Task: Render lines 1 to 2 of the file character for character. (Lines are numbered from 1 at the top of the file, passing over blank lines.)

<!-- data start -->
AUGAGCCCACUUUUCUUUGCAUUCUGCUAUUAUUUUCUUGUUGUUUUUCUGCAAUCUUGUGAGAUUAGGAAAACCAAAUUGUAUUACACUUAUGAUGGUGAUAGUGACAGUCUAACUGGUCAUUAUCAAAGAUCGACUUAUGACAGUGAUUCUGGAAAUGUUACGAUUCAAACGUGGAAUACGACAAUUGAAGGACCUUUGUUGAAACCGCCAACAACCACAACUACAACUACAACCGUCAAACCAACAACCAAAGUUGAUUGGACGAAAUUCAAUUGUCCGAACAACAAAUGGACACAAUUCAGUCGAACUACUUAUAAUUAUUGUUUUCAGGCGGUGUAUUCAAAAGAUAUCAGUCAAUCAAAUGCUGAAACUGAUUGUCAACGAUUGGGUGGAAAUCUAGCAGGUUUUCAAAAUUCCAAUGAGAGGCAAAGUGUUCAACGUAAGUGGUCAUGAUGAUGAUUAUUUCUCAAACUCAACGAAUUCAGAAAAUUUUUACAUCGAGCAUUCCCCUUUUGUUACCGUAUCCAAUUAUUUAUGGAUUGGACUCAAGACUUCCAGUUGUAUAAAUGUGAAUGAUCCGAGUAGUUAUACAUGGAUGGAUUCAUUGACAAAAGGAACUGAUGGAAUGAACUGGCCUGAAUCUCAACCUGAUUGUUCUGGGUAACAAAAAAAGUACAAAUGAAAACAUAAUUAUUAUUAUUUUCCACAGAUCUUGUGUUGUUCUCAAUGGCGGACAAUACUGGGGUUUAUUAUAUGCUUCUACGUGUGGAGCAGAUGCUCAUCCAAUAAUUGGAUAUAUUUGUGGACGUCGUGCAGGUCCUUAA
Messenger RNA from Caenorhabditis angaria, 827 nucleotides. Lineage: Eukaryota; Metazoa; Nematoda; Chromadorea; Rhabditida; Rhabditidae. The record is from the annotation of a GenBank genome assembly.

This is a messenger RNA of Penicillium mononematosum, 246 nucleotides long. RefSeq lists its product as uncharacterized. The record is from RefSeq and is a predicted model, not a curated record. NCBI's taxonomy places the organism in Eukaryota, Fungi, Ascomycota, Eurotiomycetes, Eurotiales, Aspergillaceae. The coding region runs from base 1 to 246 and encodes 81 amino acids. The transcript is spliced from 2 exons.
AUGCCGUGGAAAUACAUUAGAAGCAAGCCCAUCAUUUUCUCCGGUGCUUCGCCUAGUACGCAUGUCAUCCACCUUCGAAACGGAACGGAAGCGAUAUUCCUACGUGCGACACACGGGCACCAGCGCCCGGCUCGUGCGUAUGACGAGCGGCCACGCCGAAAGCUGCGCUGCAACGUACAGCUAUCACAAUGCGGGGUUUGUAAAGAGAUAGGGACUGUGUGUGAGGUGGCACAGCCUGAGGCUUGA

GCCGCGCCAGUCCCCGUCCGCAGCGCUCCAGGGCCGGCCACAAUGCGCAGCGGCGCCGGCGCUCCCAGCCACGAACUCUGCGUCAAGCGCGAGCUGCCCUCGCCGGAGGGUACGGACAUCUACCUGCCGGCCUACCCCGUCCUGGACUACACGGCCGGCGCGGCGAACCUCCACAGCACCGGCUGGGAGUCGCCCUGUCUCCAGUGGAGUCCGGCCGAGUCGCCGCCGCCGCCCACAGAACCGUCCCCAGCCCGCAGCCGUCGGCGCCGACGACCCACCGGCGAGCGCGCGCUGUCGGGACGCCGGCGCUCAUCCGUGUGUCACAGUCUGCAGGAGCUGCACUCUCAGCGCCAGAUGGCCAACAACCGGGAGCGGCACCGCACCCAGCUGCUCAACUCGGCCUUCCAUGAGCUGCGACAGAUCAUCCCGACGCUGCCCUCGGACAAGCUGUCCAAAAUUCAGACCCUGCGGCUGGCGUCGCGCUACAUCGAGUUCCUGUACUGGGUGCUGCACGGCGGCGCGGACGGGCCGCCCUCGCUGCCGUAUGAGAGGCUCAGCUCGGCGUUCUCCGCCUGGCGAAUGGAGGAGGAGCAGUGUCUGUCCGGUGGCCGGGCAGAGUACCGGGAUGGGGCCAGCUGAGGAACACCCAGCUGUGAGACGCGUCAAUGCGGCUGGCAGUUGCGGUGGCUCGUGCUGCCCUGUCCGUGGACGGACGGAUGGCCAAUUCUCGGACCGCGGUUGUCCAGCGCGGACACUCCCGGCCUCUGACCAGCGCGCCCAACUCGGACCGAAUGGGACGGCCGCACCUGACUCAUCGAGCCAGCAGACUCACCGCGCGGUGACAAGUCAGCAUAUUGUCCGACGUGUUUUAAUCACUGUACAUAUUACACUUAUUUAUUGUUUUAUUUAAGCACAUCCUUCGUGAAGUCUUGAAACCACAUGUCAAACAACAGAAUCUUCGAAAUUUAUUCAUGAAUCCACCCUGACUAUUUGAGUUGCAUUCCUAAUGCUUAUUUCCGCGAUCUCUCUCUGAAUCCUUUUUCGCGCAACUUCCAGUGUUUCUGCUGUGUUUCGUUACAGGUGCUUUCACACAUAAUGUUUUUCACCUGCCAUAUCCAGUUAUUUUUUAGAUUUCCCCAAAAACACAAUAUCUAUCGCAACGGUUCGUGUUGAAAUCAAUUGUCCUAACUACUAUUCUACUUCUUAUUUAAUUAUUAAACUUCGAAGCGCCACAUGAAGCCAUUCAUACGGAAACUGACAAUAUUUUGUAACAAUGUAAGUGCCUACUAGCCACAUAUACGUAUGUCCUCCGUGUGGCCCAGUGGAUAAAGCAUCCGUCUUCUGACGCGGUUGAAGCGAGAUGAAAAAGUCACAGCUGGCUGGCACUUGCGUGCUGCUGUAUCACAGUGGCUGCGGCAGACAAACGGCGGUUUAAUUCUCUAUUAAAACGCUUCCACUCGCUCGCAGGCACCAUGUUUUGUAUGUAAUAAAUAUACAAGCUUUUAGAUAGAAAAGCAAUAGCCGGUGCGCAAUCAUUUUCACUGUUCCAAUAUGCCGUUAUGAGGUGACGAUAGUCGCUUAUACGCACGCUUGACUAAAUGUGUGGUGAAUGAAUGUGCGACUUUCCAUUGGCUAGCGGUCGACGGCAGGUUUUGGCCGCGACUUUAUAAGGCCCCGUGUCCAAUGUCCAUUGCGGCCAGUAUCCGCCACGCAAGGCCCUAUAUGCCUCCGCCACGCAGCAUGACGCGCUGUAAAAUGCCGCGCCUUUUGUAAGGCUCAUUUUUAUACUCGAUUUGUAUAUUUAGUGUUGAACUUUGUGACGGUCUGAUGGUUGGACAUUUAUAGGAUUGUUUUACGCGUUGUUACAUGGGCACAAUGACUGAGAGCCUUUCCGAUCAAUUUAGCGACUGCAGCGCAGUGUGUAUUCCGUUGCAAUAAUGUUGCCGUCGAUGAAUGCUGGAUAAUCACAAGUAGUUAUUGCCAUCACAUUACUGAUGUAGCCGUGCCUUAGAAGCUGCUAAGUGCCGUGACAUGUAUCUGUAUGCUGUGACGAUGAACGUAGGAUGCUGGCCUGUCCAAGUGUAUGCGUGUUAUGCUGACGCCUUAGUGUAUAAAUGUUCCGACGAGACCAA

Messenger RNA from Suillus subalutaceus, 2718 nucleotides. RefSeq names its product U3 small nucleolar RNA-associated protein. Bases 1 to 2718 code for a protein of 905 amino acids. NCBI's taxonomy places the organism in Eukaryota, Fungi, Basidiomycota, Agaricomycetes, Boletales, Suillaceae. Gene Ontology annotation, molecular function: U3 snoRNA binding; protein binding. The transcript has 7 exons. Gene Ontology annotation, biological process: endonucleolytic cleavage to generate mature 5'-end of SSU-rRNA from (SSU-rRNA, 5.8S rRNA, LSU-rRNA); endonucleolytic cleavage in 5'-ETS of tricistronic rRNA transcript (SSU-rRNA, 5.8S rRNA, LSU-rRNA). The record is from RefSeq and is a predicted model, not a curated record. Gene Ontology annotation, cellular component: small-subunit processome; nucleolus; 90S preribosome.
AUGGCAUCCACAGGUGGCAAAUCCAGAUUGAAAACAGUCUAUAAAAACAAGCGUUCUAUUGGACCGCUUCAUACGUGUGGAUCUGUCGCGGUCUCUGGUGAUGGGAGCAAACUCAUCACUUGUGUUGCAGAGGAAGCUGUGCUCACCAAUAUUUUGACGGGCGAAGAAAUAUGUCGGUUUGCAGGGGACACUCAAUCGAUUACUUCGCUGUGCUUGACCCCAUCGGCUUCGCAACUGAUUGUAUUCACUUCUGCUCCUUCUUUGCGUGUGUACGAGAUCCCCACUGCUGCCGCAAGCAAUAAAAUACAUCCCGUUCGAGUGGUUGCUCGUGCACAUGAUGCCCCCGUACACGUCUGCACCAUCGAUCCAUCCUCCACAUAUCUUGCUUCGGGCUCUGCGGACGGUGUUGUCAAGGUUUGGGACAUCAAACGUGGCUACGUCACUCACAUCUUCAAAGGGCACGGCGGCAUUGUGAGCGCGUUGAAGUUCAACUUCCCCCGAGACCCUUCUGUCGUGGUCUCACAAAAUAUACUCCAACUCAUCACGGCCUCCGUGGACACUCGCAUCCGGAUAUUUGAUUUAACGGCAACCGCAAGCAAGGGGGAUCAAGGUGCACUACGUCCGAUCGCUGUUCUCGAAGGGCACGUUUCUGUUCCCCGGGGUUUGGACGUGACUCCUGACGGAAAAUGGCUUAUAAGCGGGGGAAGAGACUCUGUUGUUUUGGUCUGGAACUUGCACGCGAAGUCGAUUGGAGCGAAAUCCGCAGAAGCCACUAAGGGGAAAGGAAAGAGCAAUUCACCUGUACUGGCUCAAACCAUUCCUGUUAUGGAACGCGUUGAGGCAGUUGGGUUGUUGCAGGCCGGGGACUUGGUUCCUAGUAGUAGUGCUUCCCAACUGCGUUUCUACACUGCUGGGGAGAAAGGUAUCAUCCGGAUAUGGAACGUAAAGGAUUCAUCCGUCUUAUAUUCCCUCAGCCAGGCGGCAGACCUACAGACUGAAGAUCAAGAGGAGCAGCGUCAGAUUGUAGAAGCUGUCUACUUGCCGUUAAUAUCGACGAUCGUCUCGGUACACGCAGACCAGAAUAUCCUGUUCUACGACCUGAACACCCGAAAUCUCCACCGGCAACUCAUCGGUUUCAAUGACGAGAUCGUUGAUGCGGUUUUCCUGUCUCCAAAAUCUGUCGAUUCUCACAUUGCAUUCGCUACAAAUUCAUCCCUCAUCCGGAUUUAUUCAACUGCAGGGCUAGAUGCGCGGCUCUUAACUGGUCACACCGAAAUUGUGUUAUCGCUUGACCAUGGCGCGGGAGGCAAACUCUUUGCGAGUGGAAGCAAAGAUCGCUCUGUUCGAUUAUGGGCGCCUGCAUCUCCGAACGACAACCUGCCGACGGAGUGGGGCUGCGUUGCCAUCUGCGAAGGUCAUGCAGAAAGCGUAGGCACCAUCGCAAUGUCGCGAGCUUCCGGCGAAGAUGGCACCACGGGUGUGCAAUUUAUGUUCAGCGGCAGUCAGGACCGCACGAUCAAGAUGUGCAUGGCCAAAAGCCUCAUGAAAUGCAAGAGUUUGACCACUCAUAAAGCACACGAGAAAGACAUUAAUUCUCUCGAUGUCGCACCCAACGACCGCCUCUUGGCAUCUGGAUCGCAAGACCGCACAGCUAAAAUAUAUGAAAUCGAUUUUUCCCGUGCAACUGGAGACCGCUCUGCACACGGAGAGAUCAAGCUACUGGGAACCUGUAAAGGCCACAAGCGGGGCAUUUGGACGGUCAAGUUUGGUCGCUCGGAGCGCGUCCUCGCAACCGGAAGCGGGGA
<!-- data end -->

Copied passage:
AUGAGCCCACUUUUCUUUGCAUUCUGCUAUUAUUUUCUUGUUGUUUUUCUGCAAUCUUGUGAGAUUAGGAAAACCAAAUUGUAUUACACUUAUGAUGGUGAUAGUGACAGUCUAACUGGUCAUUAUCAAAGAUCGACUUAUGACAGUGAUUCUGGAAAUGUUACGAUUCAAACGUGGAAUACGACAAUUGAAGGACCUUUGUUGAAACCGCCAACAACCACAACUACAACUACAACCGUCAAACCAACAACCAAAGUUGAUUGGACGAAAUUCAAUUGUCCGAACAACAAAUGGACACAAUUCAGUCGAACUACUUAUAAUUAUUGUUUUCAGGCGGUGUAUUCAAAAGAUAUCAGUCAAUCAAAUGCUGAAACUGAUUGUCAACGAUUGGGUGGAAAUCUAGCAGGUUUUCAAAAUUCCAAUGAGAGGCAAAGUGUUCAACGUAAGUGGUCAUGAUGAUGAUUAUUUCUCAAACUCAACGAAUUCAGAAAAUUUUUACAUCGAGCAUUCCCCUUUUGUUACCGUAUCCAAUUAUUUAUGGAUUGGACUCAAGACUUCCAGUUGUAUAAAUGUGAAUGAUCCGAGUAGUUAUACAUGGAUGGAUUCAUUGACAAAAGGAACUGAUGGAAUGAACUGGCCUGAAUCUCAACCUGAUUGUUCUGGGUAACAAAAAAAGUACAAAUGAAAACAUAAUUAUUAUUAUUUUCCACAGAUCUUGUGUUGUUCUCAAUGGCGGACAAUACUGGGGUUUAUUAUAUGCUUCUACGUGUGGAGCAGAUGCUCAUCCAAUAAUUGGAUAUAUUUGUGGACGUCGUGCAGGUCCUUAA
Messenger RNA from Caenorhabditis angaria, 827 nucleotides. Lineage: Eukaryota; Metazoa; Nematoda; Chromadorea; Rhabditida; Rhabditidae. The record is from the annotation of a GenBank genome assembly.